Perhaps I may trouble your Lordships for a few moments to describe Skill Force, which you may not have heard of. It is supported by the MoD—and long may that continue—and currently has about 150 ex-servicemen. Typically, they are ex-warrant officers and sergeants who have come out of uniform but want to stay connected with teaching and encouraging schoolchildren. They are concentrating today on about 4,000 children in about 100 schools across the country, taking 14 to 16 year-olds who cause trouble in the classroom out of the classroom for one day a week of life-skills training. That may be orienteering, canoeing or map reading; it may be trying to encourage their self-esteem. Whatever it is, it has been a terrific success. Every head teacher in every school I have been in has praised the initiative. I pay tribute to the Chancellor, who got the scheme going under the Spend to Save initiative. However, it must continue to grow. Every year, 7,000 servicemen leave and go into civilian life. We are able to employ only 50. We would love to employ 500 of them who could relate to schoolchildren, who would look up to them as mentors and exemplars of self-discipline and self-esteem.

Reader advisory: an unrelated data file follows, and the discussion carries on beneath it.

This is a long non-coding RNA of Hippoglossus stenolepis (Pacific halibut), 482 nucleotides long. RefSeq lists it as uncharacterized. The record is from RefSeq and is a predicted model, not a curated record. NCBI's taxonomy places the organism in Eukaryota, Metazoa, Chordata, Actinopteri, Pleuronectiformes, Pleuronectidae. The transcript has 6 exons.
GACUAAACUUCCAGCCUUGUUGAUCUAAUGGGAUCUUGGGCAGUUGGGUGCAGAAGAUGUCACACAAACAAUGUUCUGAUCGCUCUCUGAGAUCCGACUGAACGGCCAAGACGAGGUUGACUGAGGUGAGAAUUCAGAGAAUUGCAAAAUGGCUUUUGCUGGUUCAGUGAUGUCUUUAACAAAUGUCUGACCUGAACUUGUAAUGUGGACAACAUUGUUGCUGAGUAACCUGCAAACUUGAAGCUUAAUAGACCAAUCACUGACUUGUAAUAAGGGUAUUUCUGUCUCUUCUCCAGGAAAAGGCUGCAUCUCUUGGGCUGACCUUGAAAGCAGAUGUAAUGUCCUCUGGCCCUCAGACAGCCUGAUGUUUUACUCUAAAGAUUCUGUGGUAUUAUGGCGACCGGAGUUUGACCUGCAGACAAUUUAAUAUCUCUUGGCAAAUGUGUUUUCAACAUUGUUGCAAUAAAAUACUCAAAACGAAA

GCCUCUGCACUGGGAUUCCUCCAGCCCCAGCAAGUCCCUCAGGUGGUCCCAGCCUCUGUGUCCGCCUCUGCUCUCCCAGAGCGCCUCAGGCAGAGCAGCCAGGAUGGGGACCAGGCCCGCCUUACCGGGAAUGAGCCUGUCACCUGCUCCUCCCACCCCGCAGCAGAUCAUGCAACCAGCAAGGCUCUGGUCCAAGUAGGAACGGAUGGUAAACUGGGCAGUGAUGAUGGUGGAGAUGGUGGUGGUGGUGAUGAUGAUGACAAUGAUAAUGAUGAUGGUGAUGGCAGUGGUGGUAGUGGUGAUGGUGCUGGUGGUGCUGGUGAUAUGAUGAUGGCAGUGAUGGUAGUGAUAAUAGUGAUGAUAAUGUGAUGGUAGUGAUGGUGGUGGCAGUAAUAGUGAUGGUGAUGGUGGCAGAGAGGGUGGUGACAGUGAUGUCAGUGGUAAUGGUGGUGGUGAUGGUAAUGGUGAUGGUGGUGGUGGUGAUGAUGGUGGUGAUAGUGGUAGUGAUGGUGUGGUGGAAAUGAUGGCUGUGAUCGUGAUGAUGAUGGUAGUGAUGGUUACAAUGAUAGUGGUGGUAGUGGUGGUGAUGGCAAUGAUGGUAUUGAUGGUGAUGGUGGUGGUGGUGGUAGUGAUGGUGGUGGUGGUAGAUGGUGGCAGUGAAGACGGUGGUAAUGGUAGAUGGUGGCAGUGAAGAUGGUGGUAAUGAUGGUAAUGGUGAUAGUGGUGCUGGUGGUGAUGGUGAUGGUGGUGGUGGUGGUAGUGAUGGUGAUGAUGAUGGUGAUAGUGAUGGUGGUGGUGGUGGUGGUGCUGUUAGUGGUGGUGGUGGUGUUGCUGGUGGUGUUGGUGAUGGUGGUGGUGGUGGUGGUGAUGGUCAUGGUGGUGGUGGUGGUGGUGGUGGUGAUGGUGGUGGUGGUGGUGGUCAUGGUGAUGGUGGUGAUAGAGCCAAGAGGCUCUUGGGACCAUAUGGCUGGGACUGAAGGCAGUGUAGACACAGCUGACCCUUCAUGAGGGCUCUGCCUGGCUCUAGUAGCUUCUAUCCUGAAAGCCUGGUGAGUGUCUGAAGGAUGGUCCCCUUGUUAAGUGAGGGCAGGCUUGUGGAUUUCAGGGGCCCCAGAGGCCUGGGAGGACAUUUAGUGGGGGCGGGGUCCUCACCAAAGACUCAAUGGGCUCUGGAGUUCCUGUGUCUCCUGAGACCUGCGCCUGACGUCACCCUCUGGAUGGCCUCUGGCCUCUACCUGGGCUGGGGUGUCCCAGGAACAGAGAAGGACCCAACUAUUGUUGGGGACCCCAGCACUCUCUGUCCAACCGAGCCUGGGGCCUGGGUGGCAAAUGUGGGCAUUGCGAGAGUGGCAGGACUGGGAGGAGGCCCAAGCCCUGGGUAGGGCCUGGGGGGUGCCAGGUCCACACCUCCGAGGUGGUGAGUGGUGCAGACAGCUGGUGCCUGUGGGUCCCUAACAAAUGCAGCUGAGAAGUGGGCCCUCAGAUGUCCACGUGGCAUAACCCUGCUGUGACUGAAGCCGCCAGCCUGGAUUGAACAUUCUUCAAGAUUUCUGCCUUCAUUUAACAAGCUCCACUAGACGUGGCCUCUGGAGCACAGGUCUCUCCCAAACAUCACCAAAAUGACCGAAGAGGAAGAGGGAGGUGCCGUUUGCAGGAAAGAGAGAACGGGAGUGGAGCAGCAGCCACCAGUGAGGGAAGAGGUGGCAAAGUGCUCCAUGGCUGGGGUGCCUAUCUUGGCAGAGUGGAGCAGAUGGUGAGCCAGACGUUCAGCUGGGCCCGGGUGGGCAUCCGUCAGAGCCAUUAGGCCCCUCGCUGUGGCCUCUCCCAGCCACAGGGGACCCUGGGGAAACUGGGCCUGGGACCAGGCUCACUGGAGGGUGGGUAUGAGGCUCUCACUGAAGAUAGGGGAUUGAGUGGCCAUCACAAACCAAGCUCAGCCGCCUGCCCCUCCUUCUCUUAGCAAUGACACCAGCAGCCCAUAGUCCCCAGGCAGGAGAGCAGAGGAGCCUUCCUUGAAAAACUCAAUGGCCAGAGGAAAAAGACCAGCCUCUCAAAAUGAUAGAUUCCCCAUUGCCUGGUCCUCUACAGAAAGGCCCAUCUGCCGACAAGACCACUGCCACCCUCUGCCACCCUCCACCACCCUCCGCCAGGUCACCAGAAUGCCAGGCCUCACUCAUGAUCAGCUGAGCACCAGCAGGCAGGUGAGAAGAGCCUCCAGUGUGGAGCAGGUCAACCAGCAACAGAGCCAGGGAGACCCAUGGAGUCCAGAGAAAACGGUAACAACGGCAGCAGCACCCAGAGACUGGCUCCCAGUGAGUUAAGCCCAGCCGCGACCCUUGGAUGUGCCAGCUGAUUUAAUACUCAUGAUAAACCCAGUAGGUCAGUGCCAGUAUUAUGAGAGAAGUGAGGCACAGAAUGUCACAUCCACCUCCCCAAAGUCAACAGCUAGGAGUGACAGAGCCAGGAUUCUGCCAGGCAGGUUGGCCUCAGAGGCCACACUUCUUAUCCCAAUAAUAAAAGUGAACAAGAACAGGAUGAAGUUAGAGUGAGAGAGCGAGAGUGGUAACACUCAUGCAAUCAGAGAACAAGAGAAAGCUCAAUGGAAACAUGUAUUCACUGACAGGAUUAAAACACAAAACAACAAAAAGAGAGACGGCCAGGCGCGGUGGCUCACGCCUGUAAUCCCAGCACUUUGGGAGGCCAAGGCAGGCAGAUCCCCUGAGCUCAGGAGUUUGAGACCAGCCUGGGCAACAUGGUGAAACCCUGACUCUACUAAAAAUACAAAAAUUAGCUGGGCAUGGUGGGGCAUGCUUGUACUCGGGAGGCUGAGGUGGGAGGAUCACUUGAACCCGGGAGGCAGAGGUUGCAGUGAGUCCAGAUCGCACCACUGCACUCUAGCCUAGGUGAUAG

I associate myself with the remarks of the noble Earl and the noble Lord, Lord Truscott. We should pay tribute to all of the reservists and all the cadet instructors, but particularly to the 12,000 who have left their families and employment, hoping to come back to both, to serve in Iraq. Your Lordships owe them a great deal of tribute.

3.44 pm